anyway (adverb) LISTEN
We can use the word anyway when we are talking about two things that don’t usually happen together. For example, people don’t usually go to the beach when the weather is bad. So if you go there when it’s raining, you can say, “It was raining, but I went to the beach anyway.” With this meaning, we usually put anyway at the end of the sentence.
- He didn’t want my help but I helped him anyway.
We can use anyway at the start of a sentence when we want to talk about something that we talked about before. We often do this when we are telling a story and want to finish it.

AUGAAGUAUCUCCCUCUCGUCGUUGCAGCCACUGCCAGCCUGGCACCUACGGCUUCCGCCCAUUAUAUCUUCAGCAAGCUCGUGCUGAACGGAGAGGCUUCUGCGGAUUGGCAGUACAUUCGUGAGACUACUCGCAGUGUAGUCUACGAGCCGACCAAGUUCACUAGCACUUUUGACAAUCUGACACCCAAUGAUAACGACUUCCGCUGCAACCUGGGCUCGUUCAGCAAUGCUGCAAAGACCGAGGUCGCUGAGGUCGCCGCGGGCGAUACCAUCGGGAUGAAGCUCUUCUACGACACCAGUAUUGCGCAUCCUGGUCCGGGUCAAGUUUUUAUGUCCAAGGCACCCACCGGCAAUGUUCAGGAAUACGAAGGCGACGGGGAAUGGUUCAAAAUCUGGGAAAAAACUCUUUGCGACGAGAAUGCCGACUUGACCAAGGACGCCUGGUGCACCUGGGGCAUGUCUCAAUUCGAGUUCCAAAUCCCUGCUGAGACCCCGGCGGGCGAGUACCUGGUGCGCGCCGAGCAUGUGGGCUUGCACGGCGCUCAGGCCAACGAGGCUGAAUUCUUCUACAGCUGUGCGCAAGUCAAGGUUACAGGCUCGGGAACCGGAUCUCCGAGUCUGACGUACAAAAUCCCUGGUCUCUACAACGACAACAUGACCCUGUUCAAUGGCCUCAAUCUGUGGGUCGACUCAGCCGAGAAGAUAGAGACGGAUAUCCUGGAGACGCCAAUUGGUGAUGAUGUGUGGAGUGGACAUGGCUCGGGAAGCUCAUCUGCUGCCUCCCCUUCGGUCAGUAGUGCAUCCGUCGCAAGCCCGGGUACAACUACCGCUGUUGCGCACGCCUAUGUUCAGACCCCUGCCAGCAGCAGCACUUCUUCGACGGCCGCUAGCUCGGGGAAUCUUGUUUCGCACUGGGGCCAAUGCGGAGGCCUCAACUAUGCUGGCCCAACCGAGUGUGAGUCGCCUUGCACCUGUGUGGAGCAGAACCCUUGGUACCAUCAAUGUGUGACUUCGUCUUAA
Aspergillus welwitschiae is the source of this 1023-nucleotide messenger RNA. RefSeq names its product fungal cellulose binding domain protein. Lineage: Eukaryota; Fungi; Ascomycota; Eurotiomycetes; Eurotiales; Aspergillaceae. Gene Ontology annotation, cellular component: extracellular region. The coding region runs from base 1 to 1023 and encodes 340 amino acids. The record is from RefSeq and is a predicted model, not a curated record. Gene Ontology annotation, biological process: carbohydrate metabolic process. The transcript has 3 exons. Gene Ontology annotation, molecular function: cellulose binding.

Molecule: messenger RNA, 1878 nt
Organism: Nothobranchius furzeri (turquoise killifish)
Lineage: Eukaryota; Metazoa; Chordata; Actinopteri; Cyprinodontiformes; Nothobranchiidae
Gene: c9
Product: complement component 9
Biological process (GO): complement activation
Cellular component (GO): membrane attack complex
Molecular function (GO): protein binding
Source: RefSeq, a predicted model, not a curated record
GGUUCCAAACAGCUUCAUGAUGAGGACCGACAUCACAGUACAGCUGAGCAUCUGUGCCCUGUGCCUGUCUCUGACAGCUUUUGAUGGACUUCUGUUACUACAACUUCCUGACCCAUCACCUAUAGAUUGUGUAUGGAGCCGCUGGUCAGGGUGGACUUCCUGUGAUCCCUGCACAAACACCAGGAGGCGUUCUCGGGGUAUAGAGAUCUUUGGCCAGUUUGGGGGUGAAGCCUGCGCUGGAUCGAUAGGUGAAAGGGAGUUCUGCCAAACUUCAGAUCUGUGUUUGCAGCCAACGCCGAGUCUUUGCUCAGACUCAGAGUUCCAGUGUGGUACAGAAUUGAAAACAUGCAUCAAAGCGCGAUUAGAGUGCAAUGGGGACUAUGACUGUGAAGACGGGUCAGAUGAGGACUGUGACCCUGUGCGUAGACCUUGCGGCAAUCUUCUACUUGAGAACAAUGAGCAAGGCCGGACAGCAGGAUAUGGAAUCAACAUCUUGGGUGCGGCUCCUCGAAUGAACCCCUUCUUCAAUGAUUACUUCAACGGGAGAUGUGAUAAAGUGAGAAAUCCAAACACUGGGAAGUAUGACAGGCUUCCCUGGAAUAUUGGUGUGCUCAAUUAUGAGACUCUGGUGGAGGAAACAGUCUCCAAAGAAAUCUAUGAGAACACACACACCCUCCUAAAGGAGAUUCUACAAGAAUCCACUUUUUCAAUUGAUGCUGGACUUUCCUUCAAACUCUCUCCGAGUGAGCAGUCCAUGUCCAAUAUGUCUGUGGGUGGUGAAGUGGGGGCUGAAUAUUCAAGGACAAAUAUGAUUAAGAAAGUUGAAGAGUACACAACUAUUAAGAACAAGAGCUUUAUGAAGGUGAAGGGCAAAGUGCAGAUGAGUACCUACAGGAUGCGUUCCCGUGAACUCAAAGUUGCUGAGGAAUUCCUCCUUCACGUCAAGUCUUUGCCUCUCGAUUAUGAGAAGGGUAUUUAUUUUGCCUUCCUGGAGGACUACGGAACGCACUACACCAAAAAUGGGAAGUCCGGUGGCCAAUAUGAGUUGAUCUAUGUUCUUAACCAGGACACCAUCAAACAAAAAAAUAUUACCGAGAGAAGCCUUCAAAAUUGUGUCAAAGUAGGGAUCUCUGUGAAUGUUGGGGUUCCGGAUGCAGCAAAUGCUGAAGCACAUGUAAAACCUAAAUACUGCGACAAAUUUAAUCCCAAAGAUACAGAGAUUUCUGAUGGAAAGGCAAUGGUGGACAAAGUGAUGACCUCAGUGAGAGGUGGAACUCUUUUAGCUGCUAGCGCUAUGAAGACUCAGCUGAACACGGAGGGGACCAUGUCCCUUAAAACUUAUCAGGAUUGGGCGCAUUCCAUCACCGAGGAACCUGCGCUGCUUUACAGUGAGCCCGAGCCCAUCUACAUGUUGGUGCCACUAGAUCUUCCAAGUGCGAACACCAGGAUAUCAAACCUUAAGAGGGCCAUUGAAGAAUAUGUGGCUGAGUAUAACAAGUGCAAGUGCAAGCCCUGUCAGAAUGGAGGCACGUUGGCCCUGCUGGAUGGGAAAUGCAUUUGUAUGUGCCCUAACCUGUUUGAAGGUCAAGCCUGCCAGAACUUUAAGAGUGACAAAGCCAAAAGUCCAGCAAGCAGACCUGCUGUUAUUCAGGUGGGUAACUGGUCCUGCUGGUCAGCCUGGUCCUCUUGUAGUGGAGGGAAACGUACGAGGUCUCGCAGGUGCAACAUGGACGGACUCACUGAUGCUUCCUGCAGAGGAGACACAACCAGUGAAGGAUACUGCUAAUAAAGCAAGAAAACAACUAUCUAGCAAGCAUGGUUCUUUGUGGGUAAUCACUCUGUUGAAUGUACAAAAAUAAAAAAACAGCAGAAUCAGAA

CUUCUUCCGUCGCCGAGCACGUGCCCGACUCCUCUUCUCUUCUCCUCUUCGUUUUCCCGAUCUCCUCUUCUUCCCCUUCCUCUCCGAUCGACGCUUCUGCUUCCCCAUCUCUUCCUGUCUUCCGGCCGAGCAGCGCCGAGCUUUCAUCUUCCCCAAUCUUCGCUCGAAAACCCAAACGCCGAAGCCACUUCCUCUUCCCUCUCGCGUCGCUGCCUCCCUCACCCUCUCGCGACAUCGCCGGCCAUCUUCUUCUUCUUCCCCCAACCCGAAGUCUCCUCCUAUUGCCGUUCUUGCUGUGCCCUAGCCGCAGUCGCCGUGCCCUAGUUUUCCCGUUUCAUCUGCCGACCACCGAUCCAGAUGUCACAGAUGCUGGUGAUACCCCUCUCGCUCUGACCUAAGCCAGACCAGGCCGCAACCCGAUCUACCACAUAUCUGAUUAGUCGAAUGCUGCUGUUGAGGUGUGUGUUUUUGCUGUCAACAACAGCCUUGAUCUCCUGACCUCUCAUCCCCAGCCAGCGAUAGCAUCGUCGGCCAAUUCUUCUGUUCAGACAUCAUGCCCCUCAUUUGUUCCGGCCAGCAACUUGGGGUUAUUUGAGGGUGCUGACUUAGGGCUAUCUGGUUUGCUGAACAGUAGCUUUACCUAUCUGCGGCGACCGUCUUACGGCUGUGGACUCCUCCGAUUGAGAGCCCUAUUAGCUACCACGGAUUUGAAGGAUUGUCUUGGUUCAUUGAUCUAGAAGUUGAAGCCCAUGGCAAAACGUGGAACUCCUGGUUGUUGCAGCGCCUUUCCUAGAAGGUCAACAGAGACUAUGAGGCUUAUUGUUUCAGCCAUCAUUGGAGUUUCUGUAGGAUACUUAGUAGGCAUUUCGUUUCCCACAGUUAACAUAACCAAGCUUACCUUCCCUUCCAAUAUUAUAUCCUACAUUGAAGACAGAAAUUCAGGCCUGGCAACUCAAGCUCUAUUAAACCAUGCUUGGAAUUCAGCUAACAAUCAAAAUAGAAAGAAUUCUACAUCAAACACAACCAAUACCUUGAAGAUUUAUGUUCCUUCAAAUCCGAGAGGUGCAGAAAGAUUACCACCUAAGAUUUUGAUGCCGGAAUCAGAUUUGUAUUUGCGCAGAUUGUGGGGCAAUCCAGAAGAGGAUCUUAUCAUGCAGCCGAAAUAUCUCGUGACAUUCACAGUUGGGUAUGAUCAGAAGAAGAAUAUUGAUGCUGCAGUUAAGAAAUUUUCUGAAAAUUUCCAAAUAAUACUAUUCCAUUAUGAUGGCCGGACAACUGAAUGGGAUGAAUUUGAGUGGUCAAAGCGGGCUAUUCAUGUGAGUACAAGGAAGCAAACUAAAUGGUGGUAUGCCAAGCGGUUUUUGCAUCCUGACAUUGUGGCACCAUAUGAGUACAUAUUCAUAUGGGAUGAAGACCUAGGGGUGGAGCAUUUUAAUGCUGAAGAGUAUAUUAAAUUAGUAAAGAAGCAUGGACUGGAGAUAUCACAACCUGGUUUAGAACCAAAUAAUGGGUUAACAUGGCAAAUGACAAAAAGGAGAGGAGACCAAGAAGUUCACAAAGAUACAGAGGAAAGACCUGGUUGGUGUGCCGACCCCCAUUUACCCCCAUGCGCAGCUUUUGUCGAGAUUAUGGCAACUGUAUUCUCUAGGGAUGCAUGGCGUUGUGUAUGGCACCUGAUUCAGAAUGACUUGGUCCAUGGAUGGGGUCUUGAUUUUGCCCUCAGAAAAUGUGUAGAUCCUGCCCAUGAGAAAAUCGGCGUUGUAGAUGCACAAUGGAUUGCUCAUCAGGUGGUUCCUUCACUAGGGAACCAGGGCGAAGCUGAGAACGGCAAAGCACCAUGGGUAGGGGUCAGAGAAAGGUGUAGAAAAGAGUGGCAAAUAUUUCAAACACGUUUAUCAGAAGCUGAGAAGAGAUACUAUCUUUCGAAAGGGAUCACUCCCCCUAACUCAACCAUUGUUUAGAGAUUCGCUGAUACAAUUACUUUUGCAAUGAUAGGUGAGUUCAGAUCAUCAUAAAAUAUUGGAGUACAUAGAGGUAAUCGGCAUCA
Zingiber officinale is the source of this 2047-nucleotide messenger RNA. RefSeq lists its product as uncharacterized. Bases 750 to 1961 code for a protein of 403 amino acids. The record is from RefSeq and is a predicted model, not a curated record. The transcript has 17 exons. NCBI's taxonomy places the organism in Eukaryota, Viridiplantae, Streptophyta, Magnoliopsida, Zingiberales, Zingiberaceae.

- Anyway, in the end I found my keys under the sofa!
We can also use anyway when we want to start talking about something new.
- Anyway, that’s enough about me. Tell me about you.
If someone can’t help us, or we don’t need their help, we sometimes say, “Thanks anyway!” We usually do this because they tried to help, and we want to say thank you for that. For example: “I’m sorry, I don’t know where the station is.” “OK, thanks anyway!”
In pop culture
Forrest Gump is a movie about a man and his amazing life. In this video from the movie, Forrest is in the army. His friend Bubba is talking about shrimp because his family are fishermen. When Bubba starts talking, he says, “Anyway, like I was saying…” He says this because he was talking about shrimp before, and now he wants to continue talking about it. Bubba tells Forrest about all the ways you can eat shrimp. Can you hear these: barbecue it, boil it, bake it, shrimp kebab, lemon shrimp, shrimp soup, shrimp salad, shrimp sandwich?